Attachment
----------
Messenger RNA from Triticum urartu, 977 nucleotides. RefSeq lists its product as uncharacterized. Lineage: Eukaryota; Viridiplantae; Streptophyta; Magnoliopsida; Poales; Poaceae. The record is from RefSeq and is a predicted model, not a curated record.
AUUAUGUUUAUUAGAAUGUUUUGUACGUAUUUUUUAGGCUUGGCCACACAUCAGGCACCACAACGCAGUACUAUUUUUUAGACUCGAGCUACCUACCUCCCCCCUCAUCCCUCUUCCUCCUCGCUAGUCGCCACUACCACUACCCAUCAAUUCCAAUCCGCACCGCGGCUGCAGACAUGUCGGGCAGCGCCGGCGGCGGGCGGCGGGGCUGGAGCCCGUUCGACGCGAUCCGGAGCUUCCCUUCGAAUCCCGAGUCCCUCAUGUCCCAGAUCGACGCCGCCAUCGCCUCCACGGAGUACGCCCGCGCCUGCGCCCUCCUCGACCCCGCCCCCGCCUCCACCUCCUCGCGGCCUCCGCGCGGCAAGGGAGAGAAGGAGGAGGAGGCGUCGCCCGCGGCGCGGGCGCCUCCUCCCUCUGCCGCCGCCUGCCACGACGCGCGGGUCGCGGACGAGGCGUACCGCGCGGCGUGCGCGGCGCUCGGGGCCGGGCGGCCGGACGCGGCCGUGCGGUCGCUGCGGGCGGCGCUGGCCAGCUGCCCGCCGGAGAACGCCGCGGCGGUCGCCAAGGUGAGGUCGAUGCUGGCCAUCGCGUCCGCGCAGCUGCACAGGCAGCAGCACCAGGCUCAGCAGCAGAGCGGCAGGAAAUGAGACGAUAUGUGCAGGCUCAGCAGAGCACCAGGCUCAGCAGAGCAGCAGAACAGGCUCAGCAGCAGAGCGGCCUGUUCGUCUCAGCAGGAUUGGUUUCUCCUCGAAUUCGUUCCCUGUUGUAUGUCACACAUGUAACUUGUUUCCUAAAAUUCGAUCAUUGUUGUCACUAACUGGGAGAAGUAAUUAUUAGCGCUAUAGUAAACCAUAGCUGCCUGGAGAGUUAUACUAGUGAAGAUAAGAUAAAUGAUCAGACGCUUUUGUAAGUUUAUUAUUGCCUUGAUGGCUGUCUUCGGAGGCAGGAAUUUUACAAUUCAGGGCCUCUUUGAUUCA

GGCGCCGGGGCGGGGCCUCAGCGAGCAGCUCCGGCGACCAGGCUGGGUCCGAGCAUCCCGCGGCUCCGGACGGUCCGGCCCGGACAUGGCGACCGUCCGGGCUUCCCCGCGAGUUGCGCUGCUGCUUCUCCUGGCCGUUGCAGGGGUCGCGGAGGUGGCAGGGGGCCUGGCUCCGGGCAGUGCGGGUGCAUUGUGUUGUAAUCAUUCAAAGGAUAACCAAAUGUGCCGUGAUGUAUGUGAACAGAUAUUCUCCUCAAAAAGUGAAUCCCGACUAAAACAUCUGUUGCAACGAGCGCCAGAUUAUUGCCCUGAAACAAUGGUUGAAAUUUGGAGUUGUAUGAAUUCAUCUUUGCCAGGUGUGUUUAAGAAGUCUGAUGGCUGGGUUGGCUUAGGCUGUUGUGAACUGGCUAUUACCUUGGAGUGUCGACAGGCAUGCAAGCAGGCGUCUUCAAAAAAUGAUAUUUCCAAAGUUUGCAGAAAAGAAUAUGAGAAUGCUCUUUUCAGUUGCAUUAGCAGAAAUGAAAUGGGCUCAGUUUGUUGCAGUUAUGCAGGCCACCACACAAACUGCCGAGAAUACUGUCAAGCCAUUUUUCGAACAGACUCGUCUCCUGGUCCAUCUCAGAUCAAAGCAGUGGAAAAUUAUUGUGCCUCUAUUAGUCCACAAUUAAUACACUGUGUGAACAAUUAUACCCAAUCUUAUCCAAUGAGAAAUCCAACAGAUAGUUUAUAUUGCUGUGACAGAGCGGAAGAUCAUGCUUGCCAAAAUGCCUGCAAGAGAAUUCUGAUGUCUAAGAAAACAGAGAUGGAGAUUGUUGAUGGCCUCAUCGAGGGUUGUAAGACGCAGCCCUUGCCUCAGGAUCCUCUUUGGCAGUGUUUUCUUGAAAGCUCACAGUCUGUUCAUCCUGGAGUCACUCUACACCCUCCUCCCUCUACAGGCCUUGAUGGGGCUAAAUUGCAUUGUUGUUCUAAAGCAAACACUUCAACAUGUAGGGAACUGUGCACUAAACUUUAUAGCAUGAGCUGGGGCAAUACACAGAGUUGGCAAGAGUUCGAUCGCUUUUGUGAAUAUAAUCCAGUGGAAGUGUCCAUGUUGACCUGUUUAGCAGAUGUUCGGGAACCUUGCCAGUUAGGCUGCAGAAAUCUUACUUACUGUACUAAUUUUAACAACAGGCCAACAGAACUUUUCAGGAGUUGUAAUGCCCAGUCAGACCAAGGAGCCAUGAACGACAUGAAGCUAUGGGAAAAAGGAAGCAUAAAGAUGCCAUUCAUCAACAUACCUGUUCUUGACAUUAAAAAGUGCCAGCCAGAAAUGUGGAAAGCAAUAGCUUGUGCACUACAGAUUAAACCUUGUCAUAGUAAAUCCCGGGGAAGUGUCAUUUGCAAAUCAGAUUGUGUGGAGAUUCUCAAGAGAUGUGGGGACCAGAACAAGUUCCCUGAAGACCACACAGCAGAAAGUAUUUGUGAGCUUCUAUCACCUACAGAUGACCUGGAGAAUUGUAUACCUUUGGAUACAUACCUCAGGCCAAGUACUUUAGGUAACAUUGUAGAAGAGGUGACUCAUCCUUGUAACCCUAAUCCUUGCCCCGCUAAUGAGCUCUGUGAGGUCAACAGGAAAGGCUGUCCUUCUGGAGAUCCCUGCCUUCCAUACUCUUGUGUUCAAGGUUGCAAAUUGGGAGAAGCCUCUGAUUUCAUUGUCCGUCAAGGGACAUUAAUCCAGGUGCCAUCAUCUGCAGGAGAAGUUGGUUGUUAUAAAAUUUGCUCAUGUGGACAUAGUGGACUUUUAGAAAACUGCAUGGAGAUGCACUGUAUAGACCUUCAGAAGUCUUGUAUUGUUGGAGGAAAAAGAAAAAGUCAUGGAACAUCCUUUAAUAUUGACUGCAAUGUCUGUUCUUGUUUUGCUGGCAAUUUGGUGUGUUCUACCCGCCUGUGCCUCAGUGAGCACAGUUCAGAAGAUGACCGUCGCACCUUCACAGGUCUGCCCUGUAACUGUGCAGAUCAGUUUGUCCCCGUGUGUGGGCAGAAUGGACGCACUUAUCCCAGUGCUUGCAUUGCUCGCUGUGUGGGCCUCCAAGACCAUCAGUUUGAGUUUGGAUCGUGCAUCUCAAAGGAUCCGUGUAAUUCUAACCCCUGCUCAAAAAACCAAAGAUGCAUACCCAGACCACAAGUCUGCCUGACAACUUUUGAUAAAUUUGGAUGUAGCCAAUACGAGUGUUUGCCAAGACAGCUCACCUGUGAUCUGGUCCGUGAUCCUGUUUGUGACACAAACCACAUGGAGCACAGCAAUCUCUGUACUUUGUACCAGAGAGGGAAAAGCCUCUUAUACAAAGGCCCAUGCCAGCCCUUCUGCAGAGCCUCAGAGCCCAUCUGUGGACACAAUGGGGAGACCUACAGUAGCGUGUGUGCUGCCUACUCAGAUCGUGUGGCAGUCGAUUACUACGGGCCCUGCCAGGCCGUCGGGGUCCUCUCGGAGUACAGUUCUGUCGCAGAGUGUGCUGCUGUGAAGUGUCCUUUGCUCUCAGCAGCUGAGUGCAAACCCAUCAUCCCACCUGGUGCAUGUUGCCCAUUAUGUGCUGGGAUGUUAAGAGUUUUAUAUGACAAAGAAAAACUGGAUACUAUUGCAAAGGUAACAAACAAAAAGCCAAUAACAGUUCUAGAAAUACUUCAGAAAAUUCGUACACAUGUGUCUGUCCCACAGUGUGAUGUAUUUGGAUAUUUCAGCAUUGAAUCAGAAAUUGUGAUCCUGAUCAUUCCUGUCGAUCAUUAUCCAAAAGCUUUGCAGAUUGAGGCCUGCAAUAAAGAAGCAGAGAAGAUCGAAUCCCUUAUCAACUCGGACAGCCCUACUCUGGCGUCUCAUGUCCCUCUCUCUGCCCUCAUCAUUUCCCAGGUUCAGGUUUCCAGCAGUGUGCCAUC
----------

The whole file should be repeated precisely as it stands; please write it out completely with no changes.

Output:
Messenger RNA from Triticum urartu, 977 nucleotides. RefSeq lists its product as uncharacterized. Lineage: Eukaryota; Viridiplantae; Streptophyta; Magnoliopsida; Poales; Poaceae. The record is from RefSeq and is a predicted model, not a curated record.
AUUAUGUUUAUUAGAAUGUUUUGUACGUAUUUUUUAGGCUUGGCCACACAUCAGGCACCACAACGCAGUACUAUUUUUUAGACUCGAGCUACCUACCUCCCCCCUCAUCCCUCUUCCUCCUCGCUAGUCGCCACUACCACUACCCAUCAAUUCCAAUCCGCACCGCGGCUGCAGACAUGUCGGGCAGCGCCGGCGGCGGGCGGCGGGGCUGGAGCCCGUUCGACGCGAUCCGGAGCUUCCCUUCGAAUCCCGAGUCCCUCAUGUCCCAGAUCGACGCCGCCAUCGCCUCCACGGAGUACGCCCGCGCCUGCGCCCUCCUCGACCCCGCCCCCGCCUCCACCUCCUCGCGGCCUCCGCGCGGCAAGGGAGAGAAGGAGGAGGAGGCGUCGCCCGCGGCGCGGGCGCCUCCUCCCUCUGCCGCCGCCUGCCACGACGCGCGGGUCGCGGACGAGGCGUACCGCGCGGCGUGCGCGGCGCUCGGGGCCGGGCGGCCGGACGCGGCCGUGCGGUCGCUGCGGGCGGCGCUGGCCAGCUGCCCGCCGGAGAACGCCGCGGCGGUCGCCAAGGUGAGGUCGAUGCUGGCCAUCGCGUCCGCGCAGCUGCACAGGCAGCAGCACCAGGCUCAGCAGCAGAGCGGCAGGAAAUGAGACGAUAUGUGCAGGCUCAGCAGAGCACCAGGCUCAGCAGAGCAGCAGAACAGGCUCAGCAGCAGAGCGGCCUGUUCGUCUCAGCAGGAUUGGUUUCUCCUCGAAUUCGUUCCCUGUUGUAUGUCACACAUGUAACUUGUUUCCUAAAAUUCGAUCAUUGUUGUCACUAACUGGGAGAAGUAAUUAUUAGCGCUAUAGUAAACCAUAGCUGCCUGGAGAGUUAUACUAGUGAAGAUAAGAUAAAUGAUCAGACGCUUUUGUAAGUUUAUUAUUGCCUUGAUGGCUGUCUUCGGAGGCAGGAAUUUUACAAUUCAGGGCCUCUUUGAUUCA

GGCGCCGGGGCGGGGCCUCAGCGAGCAGCUCCGGCGACCAGGCUGGGUCCGAGCAUCCCGCGGCUCCGGACGGUCCGGCCCGGACAUGGCGACCGUCCGGGCUUCCCCGCGAGUUGCGCUGCUGCUUCUCCUGGCCGUUGCAGGGGUCGCGGAGGUGGCAGGGGGCCUGGCUCCGGGCAGUGCGGGUGCAUUGUGUUGUAAUCAUUCAAAGGAUAACCAAAUGUGCCGUGAUGUAUGUGAACAGAUAUUCUCCUCAAAAAGUGAAUCCCGACUAAAACAUCUGUUGCAACGAGCGCCAGAUUAUUGCCCUGAAACAAUGGUUGAAAUUUGGAGUUGUAUGAAUUCAUCUUUGCCAGGUGUGUUUAAGAAGUCUGAUGGCUGGGUUGGCUUAGGCUGUUGUGAACUGGCUAUUACCUUGGAGUGUCGACAGGCAUGCAAGCAGGCGUCUUCAAAAAAUGAUAUUUCCAAAGUUUGCAGAAAAGAAUAUGAGAAUGCUCUUUUCAGUUGCAUUAGCAGAAAUGAAAUGGGCUCAGUUUGUUGCAGUUAUGCAGGCCACCACACAAACUGCCGAGAAUACUGUCAAGCCAUUUUUCGAACAGACUCGUCUCCUGGUCCAUCUCAGAUCAAAGCAGUGGAAAAUUAUUGUGCCUCUAUUAGUCCACAAUUAAUACACUGUGUGAACAAUUAUACCCAAUCUUAUCCAAUGAGAAAUCCAACAGAUAGUUUAUAUUGCUGUGACAGAGCGGAAGAUCAUGCUUGCCAAAAUGCCUGCAAGAGAAUUCUGAUGUCUAAGAAAACAGAGAUGGAGAUUGUUGAUGGCCUCAUCGAGGGUUGUAAGACGCAGCCCUUGCCUCAGGAUCCUCUUUGGCAGUGUUUUCUUGAAAGCUCACAGUCUGUUCAUCCUGGAGUCACUCUACACCCUCCUCCCUCUACAGGCCUUGAUGGGGCUAAAUUGCAUUGUUGUUCUAAAGCAAACACUUCAACAUGUAGGGAACUGUGCACUAAACUUUAUAGCAUGAGCUGGGGCAAUACACAGAGUUGGCAAGAGUUCGAUCGCUUUUGUGAAUAUAAUCCAGUGGAAGUGUCCAUGUUGACCUGUUUAGCAGAUGUUCGGGAACCUUGCCAGUUAGGCUGCAGAAAUCUUACUUACUGUACUAAUUUUAACAACAGGCCAACAGAACUUUUCAGGAGUUGUAAUGCCCAGUCAGACCAAGGAGCCAUGAACGACAUGAAGCUAUGGGAAAAAGGAAGCAUAAAGAUGCCAUUCAUCAACAUACCUGUUCUUGACAUUAAAAAGUGCCAGCCAGAAAUGUGGAAAGCAAUAGCUUGUGCACUACAGAUUAAACCUUGUCAUAGUAAAUCCCGGGGAAGUGUCAUUUGCAAAUCAGAUUGUGUGGAGAUUCUCAAGAGAUGUGGGGACCAGAACAAGUUCCCUGAAGACCACACAGCAGAAAGUAUUUGUGAGCUUCUAUCACCUACAGAUGACCUGGAGAAUUGUAUACCUUUGGAUACAUACCUCAGGCCAAGUACUUUAGGUAACAUUGUAGAAGAGGUGACUCAUCCUUGUAACCCUAAUCCUUGCCCCGCUAAUGAGCUCUGUGAGGUCAACAGGAAAGGCUGUCCUUCUGGAGAUCCCUGCCUUCCAUACUCUUGUGUUCAAGGUUGCAAAUUGGGAGAAGCCUCUGAUUUCAUUGUCCGUCAAGGGACAUUAAUCCAGGUGCCAUCAUCUGCAGGAGAAGUUGGUUGUUAUAAAAUUUGCUCAUGUGGACAUAGUGGACUUUUAGAAAACUGCAUGGAGAUGCACUGUAUAGACCUUCAGAAGUCUUGUAUUGUUGGAGGAAAAAGAAAAAGUCAUGGAACAUCCUUUAAUAUUGACUGCAAUGUCUGUUCUUGUUUUGCUGGCAAUUUGGUGUGUUCUACCCGCCUGUGCCUCAGUGAGCACAGUUCAGAAGAUGACCGUCGCACCUUCACAGGUCUGCCCUGUAACUGUGCAGAUCAGUUUGUCCCCGUGUGUGGGCAGAAUGGACGCACUUAUCCCAGUGCUUGCAUUGCUCGCUGUGUGGGCCUCCAAGACCAUCAGUUUGAGUUUGGAUCGUGCAUCUCAAAGGAUCCGUGUAAUUCUAACCCCUGCUCAAAAAACCAAAGAUGCAUACCCAGACCACAAGUCUGCCUGACAACUUUUGAUAAAUUUGGAUGUAGCCAAUACGAGUGUUUGCCAAGACAGCUCACCUGUGAUCUGGUCCGUGAUCCUGUUUGUGACACAAACCACAUGGAGCACAGCAAUCUCUGUACUUUGUACCAGAGAGGGAAAAGCCUCUUAUACAAAGGCCCAUGCCAGCCCUUCUGCAGAGCCUCAGAGCCCAUCUGUGGACACAAUGGGGAGACCUACAGUAGCGUGUGUGCUGCCUACUCAGAUCGUGUGGCAGUCGAUUACUACGGGCCCUGCCAGGCCGUCGGGGUCCUCUCGGAGUACAGUUCUGUCGCAGAGUGUGCUGCUGUGAAGUGUCCUUUGCUCUCAGCAGCUGAGUGCAAACCCAUCAUCCCACCUGGUGCAUGUUGCCCAUUAUGUGCUGGGAUGUUAAGAGUUUUAUAUGACAAAGAAAAACUGGAUACUAUUGCAAAGGUAACAAACAAAAAGCCAAUAACAGUUCUAGAAAUACUUCAGAAAAUUCGUACACAUGUGUCUGUCCCACAGUGUGAUGUAUUUGGAUAUUUCAGCAUUGAAUCAGAAAUUGUGAUCCUGAUCAUUCCUGUCGAUCAUUAUCCAAAAGCUUUGCAGAUUGAGGCCUGCAAUAAAGAAGCAGAGAAGAUCGAAUCCCUUAUCAACUCGGACAGCCCUACUCUGGCGUCUCAUGUCCCUCUCUCUGCCCUCAUCAUUUCCCAGGUUCAGGUUUCCAGCAGUGUGCCAUC